In the last century there has been a rise of an extreme and hardline interpretation of Islam; Salafism for example, has come to dominate the landscape of Islam today.
Many Muslims, especially among the young, experience discrimination and feel disenfranchised. In order to balance Western freedom of expression with their faith, this feeling of social frustration amongst Muslim youth, especially in places such as France, needs to be addressed. As demonstrated in the so-called Arab Spring, many Muslims likewise yearn for freedom of expression and are willing to die for it as they know it is that freedom that protects all other rights.
The attack on Charlie Hebdo is essentially a cultural clash based on a misunderstanding of how opposing cultures view basic rights. A culture clash, when two or more cultures disagree about their beliefs or way of life, is what many Muslim extremists desire to promulgate – and they are achieving just that[iii]. Unfortunately resulting from the attack, negative public opinion might dramatically intensify leading to increased aggravation of existing conflicts between the Muslim community and the western majority society in which they live. The need to deter future such attacks necessitates additional security measures that likely could lead to further alienation of all minority groups.
It would be unfortunate if the tragedy of Charlie Hebdo was permitted to fade from political consciousness prior to correction of its underlying sources. If minority groups, not only in France but elsewhere throughout the world, continue to be treated as second-class citizens, alienation will only result in increased violence. Inclusion within their society requires acceptance and economic opportunity. Poverty, lack of educational options, and denial of adequate opportunity to express minority beliefs leads to further societal division and animosity. It is important to emphasize the need for the integration of migrant communities in their societies, and that requires not only cultural and political actions but also socioeconomic policies to ensure that all citizens do not feel disfranchised but rather are considered valued participants in their societies.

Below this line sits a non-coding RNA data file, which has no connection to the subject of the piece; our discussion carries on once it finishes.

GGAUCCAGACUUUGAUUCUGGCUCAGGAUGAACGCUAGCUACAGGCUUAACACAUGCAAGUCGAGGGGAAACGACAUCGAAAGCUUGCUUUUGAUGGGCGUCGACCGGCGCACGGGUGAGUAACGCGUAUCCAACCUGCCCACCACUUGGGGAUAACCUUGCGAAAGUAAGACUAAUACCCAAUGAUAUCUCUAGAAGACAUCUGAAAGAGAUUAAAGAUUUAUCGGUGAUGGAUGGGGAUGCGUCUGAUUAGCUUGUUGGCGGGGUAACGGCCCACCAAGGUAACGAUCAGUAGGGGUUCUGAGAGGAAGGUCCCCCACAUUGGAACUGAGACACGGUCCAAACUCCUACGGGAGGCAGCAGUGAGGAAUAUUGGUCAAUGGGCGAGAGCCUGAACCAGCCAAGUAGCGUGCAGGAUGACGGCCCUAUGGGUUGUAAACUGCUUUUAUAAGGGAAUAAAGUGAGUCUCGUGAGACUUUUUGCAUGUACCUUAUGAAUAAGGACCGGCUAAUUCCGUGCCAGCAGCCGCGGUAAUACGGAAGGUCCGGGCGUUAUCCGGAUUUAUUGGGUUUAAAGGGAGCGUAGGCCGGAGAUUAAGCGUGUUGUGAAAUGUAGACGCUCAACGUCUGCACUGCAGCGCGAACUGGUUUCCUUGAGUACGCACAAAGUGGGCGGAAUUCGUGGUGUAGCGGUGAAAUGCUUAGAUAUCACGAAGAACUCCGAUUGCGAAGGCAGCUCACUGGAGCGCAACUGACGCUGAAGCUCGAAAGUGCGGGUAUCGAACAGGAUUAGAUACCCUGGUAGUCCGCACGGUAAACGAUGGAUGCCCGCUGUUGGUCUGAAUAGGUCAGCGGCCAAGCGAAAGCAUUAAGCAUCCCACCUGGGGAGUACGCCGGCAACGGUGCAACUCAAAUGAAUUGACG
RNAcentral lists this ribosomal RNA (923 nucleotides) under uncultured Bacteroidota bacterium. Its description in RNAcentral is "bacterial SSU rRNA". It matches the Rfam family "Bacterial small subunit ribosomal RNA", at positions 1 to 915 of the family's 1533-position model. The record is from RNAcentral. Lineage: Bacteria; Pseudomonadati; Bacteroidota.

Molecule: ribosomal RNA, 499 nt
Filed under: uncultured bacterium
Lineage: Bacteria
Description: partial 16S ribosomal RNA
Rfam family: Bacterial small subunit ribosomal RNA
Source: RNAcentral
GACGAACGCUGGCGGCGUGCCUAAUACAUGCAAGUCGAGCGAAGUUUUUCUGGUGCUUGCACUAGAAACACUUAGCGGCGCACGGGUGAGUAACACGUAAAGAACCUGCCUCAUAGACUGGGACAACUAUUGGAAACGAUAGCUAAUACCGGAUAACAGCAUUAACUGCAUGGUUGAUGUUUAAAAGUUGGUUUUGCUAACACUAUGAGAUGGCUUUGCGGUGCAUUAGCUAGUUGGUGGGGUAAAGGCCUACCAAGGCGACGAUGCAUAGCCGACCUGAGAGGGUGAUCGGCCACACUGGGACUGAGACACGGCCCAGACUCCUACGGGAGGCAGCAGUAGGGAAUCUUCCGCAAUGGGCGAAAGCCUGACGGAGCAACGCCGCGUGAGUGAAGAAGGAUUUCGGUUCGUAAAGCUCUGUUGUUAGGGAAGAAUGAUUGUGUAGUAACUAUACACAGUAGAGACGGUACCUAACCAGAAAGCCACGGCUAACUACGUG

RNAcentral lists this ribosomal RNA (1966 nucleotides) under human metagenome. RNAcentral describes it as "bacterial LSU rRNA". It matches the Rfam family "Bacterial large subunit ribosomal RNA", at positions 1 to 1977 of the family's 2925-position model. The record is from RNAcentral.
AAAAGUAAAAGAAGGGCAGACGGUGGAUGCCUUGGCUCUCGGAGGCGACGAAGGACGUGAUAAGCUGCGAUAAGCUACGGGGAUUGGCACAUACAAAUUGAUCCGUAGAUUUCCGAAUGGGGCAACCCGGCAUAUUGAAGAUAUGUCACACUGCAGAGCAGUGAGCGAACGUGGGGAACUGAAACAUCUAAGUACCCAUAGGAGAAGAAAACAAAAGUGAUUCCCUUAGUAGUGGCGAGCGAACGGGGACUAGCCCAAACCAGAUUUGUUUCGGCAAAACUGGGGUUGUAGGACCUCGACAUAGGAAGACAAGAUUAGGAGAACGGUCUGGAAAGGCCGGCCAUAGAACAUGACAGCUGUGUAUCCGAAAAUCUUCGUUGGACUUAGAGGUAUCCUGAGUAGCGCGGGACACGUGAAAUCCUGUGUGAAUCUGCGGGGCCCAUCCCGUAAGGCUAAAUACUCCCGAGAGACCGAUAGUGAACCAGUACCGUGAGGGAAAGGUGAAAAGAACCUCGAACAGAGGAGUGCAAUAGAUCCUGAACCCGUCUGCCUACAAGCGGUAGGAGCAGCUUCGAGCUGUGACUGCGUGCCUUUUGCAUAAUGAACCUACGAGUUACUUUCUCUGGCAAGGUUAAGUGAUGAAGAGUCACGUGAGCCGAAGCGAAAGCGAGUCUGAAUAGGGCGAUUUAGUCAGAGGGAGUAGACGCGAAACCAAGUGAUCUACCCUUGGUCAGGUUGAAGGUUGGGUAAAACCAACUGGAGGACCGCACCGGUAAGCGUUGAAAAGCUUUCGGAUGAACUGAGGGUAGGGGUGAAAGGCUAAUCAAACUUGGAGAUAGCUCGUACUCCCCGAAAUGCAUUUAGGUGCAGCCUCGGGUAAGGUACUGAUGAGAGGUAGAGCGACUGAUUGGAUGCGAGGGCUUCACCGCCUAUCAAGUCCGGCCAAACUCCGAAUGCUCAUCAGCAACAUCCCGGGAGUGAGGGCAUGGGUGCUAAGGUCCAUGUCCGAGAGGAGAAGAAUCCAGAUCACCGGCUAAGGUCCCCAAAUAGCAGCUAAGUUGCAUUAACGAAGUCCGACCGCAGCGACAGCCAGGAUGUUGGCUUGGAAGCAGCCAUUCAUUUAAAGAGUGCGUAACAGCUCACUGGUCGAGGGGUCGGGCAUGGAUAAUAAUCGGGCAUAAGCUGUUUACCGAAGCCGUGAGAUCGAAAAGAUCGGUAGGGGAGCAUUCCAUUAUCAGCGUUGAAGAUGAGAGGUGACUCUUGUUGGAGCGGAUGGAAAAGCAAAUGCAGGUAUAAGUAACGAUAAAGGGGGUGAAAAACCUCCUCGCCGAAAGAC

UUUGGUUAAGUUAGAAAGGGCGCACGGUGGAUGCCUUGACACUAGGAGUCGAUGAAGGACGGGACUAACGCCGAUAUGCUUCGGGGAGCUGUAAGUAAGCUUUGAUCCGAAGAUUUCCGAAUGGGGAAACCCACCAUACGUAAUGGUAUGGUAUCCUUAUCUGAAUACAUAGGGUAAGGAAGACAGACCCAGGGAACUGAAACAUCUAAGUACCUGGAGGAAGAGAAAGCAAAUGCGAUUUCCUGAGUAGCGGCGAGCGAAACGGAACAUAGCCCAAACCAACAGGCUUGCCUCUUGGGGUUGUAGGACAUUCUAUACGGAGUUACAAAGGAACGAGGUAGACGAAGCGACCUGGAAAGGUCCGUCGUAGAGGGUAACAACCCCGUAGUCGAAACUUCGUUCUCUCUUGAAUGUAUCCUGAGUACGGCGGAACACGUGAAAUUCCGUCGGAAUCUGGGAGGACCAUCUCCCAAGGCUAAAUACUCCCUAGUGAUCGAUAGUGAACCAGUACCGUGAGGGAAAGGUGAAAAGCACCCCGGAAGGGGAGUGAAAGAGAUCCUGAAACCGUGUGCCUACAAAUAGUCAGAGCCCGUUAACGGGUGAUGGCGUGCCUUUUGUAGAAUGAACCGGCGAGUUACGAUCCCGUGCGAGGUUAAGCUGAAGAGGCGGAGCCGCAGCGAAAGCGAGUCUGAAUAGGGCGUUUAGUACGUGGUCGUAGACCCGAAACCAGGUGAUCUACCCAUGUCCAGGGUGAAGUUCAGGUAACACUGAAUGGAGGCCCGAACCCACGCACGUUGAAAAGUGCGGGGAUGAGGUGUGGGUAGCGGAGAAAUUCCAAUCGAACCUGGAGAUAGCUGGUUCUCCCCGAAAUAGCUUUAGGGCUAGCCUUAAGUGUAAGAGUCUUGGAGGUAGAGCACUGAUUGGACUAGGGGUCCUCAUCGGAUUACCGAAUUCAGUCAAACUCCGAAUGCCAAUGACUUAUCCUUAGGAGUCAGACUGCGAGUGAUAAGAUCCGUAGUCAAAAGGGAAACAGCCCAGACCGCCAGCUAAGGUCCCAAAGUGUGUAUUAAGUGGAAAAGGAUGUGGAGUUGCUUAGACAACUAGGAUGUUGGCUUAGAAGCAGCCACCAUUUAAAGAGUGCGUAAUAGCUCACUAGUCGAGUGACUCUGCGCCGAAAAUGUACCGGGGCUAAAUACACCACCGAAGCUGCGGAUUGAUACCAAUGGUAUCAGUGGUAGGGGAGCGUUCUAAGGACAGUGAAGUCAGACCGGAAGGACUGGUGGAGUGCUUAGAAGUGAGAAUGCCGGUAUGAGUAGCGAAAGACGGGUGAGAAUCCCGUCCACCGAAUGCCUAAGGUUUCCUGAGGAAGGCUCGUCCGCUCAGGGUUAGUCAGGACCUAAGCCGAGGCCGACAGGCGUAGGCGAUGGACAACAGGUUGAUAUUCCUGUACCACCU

Alienation is not necessarily an aspect of multicultural society. While not perfect, many societies; e.g., Switzerland, the U.S., and even Australia; include multicultural elements without apparent conflict.
Cultural clash resolution is difficult to resolve when conflicting values are diametrically different. Given the possibility of Islamophobic-fueled responses to the attacks, care must be taken not to respond to the terrorists’ intolerance with intolerance of our own.
That’s what I think, what about you?
[i] Brashich, Deyan Ranko. You Are Not Charlie Hebdo, http://deyanbrashich.com/home/2015/1/12/you-are-not-charlie-hebdo.html, 12 January 2015.
[ii] Bornmann, Lew. Je suis Charlie, WordPress, https://lewbornmann.wordpress.com/2015/01/19/je-suis-charlie/, 19 January 2015.
[iii] Fromkin, David. The Strategy of Terrorism, Foreign Affairs, http://www.foreignaffairs.com/articles/24584/david-fromkin/the-strategy-of-terrorism, July 1975.